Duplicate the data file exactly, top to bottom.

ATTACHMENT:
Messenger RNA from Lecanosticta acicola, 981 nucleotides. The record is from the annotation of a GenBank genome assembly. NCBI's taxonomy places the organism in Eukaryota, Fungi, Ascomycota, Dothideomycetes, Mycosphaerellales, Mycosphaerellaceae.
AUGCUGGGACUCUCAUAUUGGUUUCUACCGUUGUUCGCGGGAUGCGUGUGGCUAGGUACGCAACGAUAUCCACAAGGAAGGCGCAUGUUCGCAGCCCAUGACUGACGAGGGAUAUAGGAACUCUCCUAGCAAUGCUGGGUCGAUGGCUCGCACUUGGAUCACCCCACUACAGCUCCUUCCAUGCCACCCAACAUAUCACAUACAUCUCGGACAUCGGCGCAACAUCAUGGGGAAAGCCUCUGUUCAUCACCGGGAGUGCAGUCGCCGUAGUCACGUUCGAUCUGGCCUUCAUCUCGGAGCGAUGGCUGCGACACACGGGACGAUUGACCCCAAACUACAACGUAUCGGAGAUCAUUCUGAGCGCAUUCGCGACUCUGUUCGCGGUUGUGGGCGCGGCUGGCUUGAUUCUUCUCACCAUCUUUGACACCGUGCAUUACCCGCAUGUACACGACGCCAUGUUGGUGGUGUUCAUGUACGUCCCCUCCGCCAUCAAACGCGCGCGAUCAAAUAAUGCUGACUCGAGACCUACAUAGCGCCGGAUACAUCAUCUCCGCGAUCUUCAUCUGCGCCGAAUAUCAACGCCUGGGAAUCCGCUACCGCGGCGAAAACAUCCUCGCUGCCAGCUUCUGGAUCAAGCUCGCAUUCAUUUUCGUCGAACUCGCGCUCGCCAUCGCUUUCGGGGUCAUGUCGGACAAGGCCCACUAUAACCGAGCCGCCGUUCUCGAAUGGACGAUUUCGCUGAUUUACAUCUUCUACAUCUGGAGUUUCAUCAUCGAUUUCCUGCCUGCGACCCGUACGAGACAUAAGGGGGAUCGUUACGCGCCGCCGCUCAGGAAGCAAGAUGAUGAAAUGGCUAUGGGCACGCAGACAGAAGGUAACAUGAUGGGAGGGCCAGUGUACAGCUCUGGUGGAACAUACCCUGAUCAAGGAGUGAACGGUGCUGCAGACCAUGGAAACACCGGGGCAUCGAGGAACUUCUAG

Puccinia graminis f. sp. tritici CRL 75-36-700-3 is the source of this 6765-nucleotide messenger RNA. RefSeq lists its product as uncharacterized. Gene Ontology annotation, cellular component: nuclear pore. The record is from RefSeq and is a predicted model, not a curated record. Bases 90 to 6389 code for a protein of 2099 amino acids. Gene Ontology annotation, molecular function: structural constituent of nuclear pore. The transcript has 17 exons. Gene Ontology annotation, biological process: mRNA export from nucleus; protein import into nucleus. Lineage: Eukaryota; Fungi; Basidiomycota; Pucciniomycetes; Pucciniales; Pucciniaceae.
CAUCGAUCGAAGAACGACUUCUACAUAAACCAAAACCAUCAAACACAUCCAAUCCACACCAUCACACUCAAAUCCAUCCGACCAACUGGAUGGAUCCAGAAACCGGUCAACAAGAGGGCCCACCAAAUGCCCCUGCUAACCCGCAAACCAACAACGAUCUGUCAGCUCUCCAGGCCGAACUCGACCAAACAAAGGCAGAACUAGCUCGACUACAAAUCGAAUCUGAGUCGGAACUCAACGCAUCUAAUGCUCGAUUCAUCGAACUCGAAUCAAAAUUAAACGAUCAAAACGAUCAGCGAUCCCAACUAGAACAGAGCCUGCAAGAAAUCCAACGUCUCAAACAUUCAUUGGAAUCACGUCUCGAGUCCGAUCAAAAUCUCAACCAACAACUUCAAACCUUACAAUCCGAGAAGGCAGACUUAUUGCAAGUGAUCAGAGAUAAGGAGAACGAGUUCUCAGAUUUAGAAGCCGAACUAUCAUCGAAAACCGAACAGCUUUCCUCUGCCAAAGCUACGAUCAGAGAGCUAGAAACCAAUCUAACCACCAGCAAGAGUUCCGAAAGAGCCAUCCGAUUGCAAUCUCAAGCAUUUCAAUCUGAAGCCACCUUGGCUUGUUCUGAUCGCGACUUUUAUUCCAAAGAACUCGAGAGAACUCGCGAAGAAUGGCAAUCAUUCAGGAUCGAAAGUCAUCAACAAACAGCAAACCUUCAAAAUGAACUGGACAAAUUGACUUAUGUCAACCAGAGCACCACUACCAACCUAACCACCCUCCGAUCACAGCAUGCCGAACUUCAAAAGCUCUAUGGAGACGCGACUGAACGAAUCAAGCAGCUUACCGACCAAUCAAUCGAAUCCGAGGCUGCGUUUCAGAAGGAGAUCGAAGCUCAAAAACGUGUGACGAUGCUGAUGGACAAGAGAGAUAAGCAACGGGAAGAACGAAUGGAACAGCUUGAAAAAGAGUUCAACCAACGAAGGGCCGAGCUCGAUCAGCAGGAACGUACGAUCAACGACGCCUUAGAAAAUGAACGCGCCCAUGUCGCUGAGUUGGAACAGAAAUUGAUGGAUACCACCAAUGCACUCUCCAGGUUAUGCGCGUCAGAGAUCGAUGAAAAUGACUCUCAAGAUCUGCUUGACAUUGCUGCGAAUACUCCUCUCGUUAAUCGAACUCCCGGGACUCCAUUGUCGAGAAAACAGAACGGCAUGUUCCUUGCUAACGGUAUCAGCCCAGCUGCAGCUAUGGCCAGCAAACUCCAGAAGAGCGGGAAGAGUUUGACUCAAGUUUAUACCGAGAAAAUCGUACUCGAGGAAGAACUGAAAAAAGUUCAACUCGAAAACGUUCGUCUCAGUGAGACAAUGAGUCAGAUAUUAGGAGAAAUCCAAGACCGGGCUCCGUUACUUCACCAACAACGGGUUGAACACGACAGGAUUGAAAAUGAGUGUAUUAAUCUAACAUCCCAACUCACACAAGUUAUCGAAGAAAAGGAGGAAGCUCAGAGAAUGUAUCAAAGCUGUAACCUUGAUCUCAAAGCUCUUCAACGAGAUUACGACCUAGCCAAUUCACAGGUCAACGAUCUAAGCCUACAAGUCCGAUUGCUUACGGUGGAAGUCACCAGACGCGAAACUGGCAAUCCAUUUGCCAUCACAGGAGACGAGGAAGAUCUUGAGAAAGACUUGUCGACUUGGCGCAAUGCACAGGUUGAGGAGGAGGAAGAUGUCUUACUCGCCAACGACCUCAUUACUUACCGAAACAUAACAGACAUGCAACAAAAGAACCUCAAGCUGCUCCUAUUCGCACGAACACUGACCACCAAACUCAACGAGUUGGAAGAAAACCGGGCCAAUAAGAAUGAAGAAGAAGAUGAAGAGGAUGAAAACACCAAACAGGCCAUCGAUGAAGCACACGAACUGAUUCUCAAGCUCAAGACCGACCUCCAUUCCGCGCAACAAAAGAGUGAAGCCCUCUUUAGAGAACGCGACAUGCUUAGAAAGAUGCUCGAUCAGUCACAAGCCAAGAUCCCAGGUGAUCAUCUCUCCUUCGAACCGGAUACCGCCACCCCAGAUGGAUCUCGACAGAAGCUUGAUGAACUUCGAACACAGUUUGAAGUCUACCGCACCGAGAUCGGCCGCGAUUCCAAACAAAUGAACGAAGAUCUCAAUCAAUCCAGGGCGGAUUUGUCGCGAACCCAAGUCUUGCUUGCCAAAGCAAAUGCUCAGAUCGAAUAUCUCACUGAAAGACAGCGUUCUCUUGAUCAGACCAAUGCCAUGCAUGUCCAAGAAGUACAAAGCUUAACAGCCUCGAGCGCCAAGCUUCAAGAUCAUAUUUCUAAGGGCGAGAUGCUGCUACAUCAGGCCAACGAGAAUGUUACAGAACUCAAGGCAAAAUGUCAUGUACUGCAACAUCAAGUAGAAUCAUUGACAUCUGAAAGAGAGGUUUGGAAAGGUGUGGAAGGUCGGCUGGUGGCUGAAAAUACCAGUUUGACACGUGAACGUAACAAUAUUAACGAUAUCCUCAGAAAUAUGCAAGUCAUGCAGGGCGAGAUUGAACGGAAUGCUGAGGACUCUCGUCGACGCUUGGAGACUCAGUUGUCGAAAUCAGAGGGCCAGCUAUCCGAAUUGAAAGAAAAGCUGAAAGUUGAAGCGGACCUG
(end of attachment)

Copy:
Messenger RNA from Lecanosticta acicola, 981 nucleotides. The record is from the annotation of a GenBank genome assembly. NCBI's taxonomy places the organism in Eukaryota, Fungi, Ascomycota, Dothideomycetes, Mycosphaerellales, Mycosphaerellaceae.
AUGCUGGGACUCUCAUAUUGGUUUCUACCGUUGUUCGCGGGAUGCGUGUGGCUAGGUACGCAACGAUAUCCACAAGGAAGGCGCAUGUUCGCAGCCCAUGACUGACGAGGGAUAUAGGAACUCUCCUAGCAAUGCUGGGUCGAUGGCUCGCACUUGGAUCACCCCACUACAGCUCCUUCCAUGCCACCCAACAUAUCACAUACAUCUCGGACAUCGGCGCAACAUCAUGGGGAAAGCCUCUGUUCAUCACCGGGAGUGCAGUCGCCGUAGUCACGUUCGAUCUGGCCUUCAUCUCGGAGCGAUGGCUGCGACACACGGGACGAUUGACCCCAAACUACAACGUAUCGGAGAUCAUUCUGAGCGCAUUCGCGACUCUGUUCGCGGUUGUGGGCGCGGCUGGCUUGAUUCUUCUCACCAUCUUUGACACCGUGCAUUACCCGCAUGUACACGACGCCAUGUUGGUGGUGUUCAUGUACGUCCCCUCCGCCAUCAAACGCGCGCGAUCAAAUAAUGCUGACUCGAGACCUACAUAGCGCCGGAUACAUCAUCUCCGCGAUCUUCAUCUGCGCCGAAUAUCAACGCCUGGGAAUCCGCUACCGCGGCGAAAACAUCCUCGCUGCCAGCUUCUGGAUCAAGCUCGCAUUCAUUUUCGUCGAACUCGCGCUCGCCAUCGCUUUCGGGGUCAUGUCGGACAAGGCCCACUAUAACCGAGCCGCCGUUCUCGAAUGGACGAUUUCGCUGAUUUACAUCUUCUACAUCUGGAGUUUCAUCAUCGAUUUCCUGCCUGCGACCCGUACGAGACAUAAGGGGGAUCGUUACGCGCCGCCGCUCAGGAAGCAAGAUGAUGAAAUGGCUAUGGGCACGCAGACAGAAGGUAACAUGAUGGGAGGGCCAGUGUACAGCUCUGGUGGAACAUACCCUGAUCAAGGAGUGAACGGUGCUGCAGACCAUGGAAACACCGGGGCAUCGAGGAACUUCUAG

Puccinia graminis f. sp. tritici CRL 75-36-700-3 is the source of this 6765-nucleotide messenger RNA. RefSeq lists its product as uncharacterized. Gene Ontology annotation, cellular component: nuclear pore. The record is from RefSeq and is a predicted model, not a curated record. Bases 90 to 6389 code for a protein of 2099 amino acids. Gene Ontology annotation, molecular function: structural constituent of nuclear pore. The transcript has 17 exons. Gene Ontology annotation, biological process: mRNA export from nucleus; protein import into nucleus. Lineage: Eukaryota; Fungi; Basidiomycota; Pucciniomycetes; Pucciniales; Pucciniaceae.
CAUCGAUCGAAGAACGACUUCUACAUAAACCAAAACCAUCAAACACAUCCAAUCCACACCAUCACACUCAAAUCCAUCCGACCAACUGGAUGGAUCCAGAAACCGGUCAACAAGAGGGCCCACCAAAUGCCCCUGCUAACCCGCAAACCAACAACGAUCUGUCAGCUCUCCAGGCCGAACUCGACCAAACAAAGGCAGAACUAGCUCGACUACAAAUCGAAUCUGAGUCGGAACUCAACGCAUCUAAUGCUCGAUUCAUCGAACUCGAAUCAAAAUUAAACGAUCAAAACGAUCAGCGAUCCCAACUAGAACAGAGCCUGCAAGAAAUCCAACGUCUCAAACAUUCAUUGGAAUCACGUCUCGAGUCCGAUCAAAAUCUCAACCAACAACUUCAAACCUUACAAUCCGAGAAGGCAGACUUAUUGCAAGUGAUCAGAGAUAAGGAGAACGAGUUCUCAGAUUUAGAAGCCGAACUAUCAUCGAAAACCGAACAGCUUUCCUCUGCCAAAGCUACGAUCAGAGAGCUAGAAACCAAUCUAACCACCAGCAAGAGUUCCGAAAGAGCCAUCCGAUUGCAAUCUCAAGCAUUUCAAUCUGAAGCCACCUUGGCUUGUUCUGAUCGCGACUUUUAUUCCAAAGAACUCGAGAGAACUCGCGAAGAAUGGCAAUCAUUCAGGAUCGAAAGUCAUCAACAAACAGCAAACCUUCAAAAUGAACUGGACAAAUUGACUUAUGUCAACCAGAGCACCACUACCAACCUAACCACCCUCCGAUCACAGCAUGCCGAACUUCAAAAGCUCUAUGGAGACGCGACUGAACGAAUCAAGCAGCUUACCGACCAAUCAAUCGAAUCCGAGGCUGCGUUUCAGAAGGAGAUCGAAGCUCAAAAACGUGUGACGAUGCUGAUGGACAAGAGAGAUAAGCAACGGGAAGAACGAAUGGAACAGCUUGAAAAAGAGUUCAACCAACGAAGGGCCGAGCUCGAUCAGCAGGAACGUACGAUCAACGACGCCUUAGAAAAUGAACGCGCCCAUGUCGCUGAGUUGGAACAGAAAUUGAUGGAUACCACCAAUGCACUCUCCAGGUUAUGCGCGUCAGAGAUCGAUGAAAAUGACUCUCAAGAUCUGCUUGACAUUGCUGCGAAUACUCCUCUCGUUAAUCGAACUCCCGGGACUCCAUUGUCGAGAAAACAGAACGGCAUGUUCCUUGCUAACGGUAUCAGCCCAGCUGCAGCUAUGGCCAGCAAACUCCAGAAGAGCGGGAAGAGUUUGACUCAAGUUUAUACCGAGAAAAUCGUACUCGAGGAAGAACUGAAAAAAGUUCAACUCGAAAACGUUCGUCUCAGUGAGACAAUGAGUCAGAUAUUAGGAGAAAUCCAAGACCGGGCUCCGUUACUUCACCAACAACGGGUUGAACACGACAGGAUUGAAAAUGAGUGUAUUAAUCUAACAUCCCAACUCACACAAGUUAUCGAAGAAAAGGAGGAAGCUCAGAGAAUGUAUCAAAGCUGUAACCUUGAUCUCAAAGCUCUUCAACGAGAUUACGACCUAGCCAAUUCACAGGUCAACGAUCUAAGCCUACAAGUCCGAUUGCUUACGGUGGAAGUCACCAGACGCGAAACUGGCAAUCCAUUUGCCAUCACAGGAGACGAGGAAGAUCUUGAGAAAGACUUGUCGACUUGGCGCAAUGCACAGGUUGAGGAGGAGGAAGAUGUCUUACUCGCCAACGACCUCAUUACUUACCGAAACAUAACAGACAUGCAACAAAAGAACCUCAAGCUGCUCCUAUUCGCACGAACACUGACCACCAAACUCAACGAGUUGGAAGAAAACCGGGCCAAUAAGAAUGAAGAAGAAGAUGAAGAGGAUGAAAACACCAAACAGGCCAUCGAUGAAGCACACGAACUGAUUCUCAAGCUCAAGACCGACCUCCAUUCCGCGCAACAAAAGAGUGAAGCCCUCUUUAGAGAACGCGACAUGCUUAGAAAGAUGCUCGAUCAGUCACAAGCCAAGAUCCCAGGUGAUCAUCUCUCCUUCGAACCGGAUACCGCCACCCCAGAUGGAUCUCGACAGAAGCUUGAUGAACUUCGAACACAGUUUGAAGUCUACCGCACCGAGAUCGGCCGCGAUUCCAAACAAAUGAACGAAGAUCUCAAUCAAUCCAGGGCGGAUUUGUCGCGAACCCAAGUCUUGCUUGCCAAAGCAAAUGCUCAGAUCGAAUAUCUCACUGAAAGACAGCGUUCUCUUGAUCAGACCAAUGCCAUGCAUGUCCAAGAAGUACAAAGCUUAACAGCCUCGAGCGCCAAGCUUCAAGAUCAUAUUUCUAAGGGCGAGAUGCUGCUACAUCAGGCCAACGAGAAUGUUACAGAACUCAAGGCAAAAUGUCAUGUACUGCAACAUCAAGUAGAAUCAUUGACAUCUGAAAGAGAGGUUUGGAAAGGUGUGGAAGGUCGGCUGGUGGCUGAAAAUACCAGUUUGACACGUGAACGUAACAAUAUUAACGAUAUCCUCAGAAAUAUGCAAGUCAUGCAGGGCGAGAUUGAACGGAAUGCUGAGGACUCUCGUCGACGCUUGGAGACUCAGUUGUCGAAAUCAGAGGGCCAGCUAUCCGAAUUGAAAGAAAAGCUGAAAGUUGAAGCGGACCUG